Would you like to go for a bike ride on the water? Brazilian artist Ivan Henriques developed a bike that enables you to do just that. But there is more, while you are cycling merrily in the lake, it simultaneously purifies a trail of water after you.
The train is the most sustainable mode of transport for long-distance travel. And from January 1st, the Dutch Railways NS made it more environmentally friendly. They partnered with renewable energy supplier Eneco to solely operate all electric trains on new green energy, allowing 600.000 daily passengers to travel 100% carbon-free. That’s 1.200.000 train rides a day!
Researchers at MIT are taking superfoods to the next level. By embedding spinach leaves with carbon nanotubes, a team of MIT engineers has converted spinach plants into biological bomb detectors. The introduction of “plant nanobionics”, a method to augment plants with nanomaterials, basically give them superpowers.
Every day in the Arava region in southern Israel a group of drones, called pelicans, carry solar panels cleaning robots, called plecos (like the fish known for their ability to clean algae from aquariums), at work. It could be a story from our What’s Flying There? book, instead it is a project by BladeRanger, an Israeli company specialized in managing autonomous robots with unmanned aerial vehicles. Their first application is for the inspection and cleaning of photovoltaic installations.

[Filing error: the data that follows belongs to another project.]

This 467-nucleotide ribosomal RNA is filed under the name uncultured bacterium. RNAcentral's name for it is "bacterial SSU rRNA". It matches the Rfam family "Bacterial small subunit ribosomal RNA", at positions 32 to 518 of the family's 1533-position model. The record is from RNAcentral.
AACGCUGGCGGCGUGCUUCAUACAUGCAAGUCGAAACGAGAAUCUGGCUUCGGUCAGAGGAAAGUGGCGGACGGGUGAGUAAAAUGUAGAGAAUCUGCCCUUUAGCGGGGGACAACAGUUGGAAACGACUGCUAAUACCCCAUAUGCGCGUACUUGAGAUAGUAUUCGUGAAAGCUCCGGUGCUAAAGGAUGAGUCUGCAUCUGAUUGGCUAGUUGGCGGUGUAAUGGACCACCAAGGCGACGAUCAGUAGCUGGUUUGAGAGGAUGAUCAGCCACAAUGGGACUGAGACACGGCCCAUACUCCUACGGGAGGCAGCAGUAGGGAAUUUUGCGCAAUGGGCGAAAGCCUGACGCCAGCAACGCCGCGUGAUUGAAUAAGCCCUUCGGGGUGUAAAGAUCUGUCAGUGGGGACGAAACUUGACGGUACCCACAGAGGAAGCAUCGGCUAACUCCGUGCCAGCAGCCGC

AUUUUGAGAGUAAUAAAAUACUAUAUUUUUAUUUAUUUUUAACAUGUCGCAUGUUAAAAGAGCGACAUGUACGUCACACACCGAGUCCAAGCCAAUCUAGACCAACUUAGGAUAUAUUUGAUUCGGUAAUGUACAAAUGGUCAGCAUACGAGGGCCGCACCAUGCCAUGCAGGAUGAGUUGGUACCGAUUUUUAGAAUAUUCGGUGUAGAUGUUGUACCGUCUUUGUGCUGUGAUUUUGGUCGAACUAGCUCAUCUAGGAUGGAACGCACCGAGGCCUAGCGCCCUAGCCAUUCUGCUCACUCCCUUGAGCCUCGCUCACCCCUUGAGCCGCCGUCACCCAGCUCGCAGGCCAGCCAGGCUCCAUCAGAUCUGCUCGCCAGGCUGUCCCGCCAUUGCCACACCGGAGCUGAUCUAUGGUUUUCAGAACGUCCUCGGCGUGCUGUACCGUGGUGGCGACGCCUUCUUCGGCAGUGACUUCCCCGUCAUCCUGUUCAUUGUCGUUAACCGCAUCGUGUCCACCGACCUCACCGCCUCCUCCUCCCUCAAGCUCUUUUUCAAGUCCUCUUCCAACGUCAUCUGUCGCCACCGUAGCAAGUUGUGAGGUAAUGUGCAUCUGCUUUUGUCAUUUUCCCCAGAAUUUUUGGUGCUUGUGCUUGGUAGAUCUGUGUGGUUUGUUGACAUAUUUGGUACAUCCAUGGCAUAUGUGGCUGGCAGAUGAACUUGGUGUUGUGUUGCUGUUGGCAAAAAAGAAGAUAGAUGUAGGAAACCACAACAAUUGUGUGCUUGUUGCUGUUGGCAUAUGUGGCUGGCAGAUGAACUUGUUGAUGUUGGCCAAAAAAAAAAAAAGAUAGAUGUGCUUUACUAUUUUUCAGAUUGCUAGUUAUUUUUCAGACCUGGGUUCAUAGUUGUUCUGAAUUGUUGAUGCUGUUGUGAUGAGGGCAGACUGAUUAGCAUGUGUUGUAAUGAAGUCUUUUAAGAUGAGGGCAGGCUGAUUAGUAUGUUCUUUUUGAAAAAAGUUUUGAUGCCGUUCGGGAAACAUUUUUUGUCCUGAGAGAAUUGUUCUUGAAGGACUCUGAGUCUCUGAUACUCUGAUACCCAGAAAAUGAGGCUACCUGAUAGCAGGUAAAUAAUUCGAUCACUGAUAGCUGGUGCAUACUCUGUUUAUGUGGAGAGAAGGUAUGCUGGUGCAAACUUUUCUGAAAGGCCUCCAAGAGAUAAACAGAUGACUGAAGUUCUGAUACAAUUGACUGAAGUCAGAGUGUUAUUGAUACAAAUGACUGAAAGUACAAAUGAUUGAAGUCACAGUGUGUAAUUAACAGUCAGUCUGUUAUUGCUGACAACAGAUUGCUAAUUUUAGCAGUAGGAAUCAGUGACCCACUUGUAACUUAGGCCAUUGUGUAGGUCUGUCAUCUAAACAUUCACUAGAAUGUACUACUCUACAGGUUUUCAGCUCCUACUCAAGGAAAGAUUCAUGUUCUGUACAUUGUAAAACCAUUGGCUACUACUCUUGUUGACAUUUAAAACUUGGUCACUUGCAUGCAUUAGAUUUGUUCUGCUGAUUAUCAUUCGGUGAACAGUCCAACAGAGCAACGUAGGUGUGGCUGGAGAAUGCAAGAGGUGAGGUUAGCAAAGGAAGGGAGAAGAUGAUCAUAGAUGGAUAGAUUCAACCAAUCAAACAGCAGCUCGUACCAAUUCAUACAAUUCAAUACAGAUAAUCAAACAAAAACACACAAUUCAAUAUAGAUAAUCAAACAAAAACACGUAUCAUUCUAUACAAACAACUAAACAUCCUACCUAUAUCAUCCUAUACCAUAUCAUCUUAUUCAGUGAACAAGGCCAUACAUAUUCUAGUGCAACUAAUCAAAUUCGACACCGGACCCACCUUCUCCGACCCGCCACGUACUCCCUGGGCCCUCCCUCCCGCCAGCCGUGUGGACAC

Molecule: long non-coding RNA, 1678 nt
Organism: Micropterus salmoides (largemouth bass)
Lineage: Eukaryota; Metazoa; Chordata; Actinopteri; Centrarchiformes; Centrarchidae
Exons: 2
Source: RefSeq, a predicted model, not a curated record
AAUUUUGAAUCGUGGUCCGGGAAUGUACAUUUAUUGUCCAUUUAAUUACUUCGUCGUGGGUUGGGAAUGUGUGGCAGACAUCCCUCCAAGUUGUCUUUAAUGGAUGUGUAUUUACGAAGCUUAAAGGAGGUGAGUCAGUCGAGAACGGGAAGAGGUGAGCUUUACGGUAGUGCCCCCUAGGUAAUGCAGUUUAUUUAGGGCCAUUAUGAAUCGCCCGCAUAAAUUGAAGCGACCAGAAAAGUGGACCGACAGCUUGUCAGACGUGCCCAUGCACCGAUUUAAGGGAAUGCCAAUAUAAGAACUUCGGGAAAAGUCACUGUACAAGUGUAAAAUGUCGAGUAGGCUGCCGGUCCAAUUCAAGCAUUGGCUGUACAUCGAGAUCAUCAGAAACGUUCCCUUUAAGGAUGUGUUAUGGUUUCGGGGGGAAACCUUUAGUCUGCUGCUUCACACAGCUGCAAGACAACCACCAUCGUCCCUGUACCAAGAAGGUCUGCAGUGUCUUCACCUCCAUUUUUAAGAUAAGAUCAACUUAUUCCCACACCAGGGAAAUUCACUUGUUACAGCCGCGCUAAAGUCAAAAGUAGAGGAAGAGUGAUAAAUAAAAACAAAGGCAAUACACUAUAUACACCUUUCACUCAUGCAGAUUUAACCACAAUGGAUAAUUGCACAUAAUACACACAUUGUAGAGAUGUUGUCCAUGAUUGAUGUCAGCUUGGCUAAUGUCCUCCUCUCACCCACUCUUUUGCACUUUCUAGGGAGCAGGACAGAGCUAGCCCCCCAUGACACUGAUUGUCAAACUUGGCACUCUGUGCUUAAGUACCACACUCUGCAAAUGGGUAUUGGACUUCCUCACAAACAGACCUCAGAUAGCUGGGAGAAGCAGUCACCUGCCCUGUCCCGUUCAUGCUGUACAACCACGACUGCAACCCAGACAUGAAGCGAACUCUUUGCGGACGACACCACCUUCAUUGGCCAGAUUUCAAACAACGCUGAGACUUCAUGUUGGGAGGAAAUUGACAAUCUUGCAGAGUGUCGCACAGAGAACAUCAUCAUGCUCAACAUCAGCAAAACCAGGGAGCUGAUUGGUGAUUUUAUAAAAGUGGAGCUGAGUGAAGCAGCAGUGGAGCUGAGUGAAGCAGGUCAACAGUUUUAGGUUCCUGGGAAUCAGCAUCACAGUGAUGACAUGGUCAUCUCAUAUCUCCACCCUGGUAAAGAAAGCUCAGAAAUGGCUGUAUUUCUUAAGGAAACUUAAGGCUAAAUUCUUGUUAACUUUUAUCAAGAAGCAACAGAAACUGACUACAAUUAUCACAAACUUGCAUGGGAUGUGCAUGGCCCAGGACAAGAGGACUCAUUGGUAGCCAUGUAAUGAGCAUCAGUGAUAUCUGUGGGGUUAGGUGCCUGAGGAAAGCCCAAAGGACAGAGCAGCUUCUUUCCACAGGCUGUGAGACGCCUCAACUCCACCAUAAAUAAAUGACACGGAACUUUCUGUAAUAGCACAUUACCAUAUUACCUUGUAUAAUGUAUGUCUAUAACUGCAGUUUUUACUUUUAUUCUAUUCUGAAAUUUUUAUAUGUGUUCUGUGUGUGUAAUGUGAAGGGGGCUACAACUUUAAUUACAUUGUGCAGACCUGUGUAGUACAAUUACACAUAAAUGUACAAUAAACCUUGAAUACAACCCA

Since 2000 the experts at Pantone have choosen a color to sum up the spirit of each year, capturing both a snapshot of the past and a sneak peek into the future. From the relaxing quartz and blue of this troubled 2016, they now have shifted to a bright green as the color of 2017. A perfect choice if we take into account some of the positive developments in renewables reached during this controversial year.
Forget solar roofs, we have solar roads now. The world’s first solar panel road just opened in the not-so-sunny Tourouvre-au-Perche in Normandy, France. Embedded with 2.800 square meters of photovoltaic panels, with a length of one kilometer, the solar path is expected to generate 280MWh per year.
We need energy more than ever. Nuclear power is one of the options but it leaves us with a great amount of radioactive waste, which is still useful but dangerous. A solution to the problem might be simple and beautiful: turn them into diamond batteries.
In the Arava region in southern Israel there is Capital Nature, an incubator for early stage green start-up companies that funds researches in the area of renewable energy. Here we’re standing with Oren Ezer, co founder of ElectRoad, in front of what it seems to be one of the biggest road improvements since the Romans paved their empire (no photos allowed).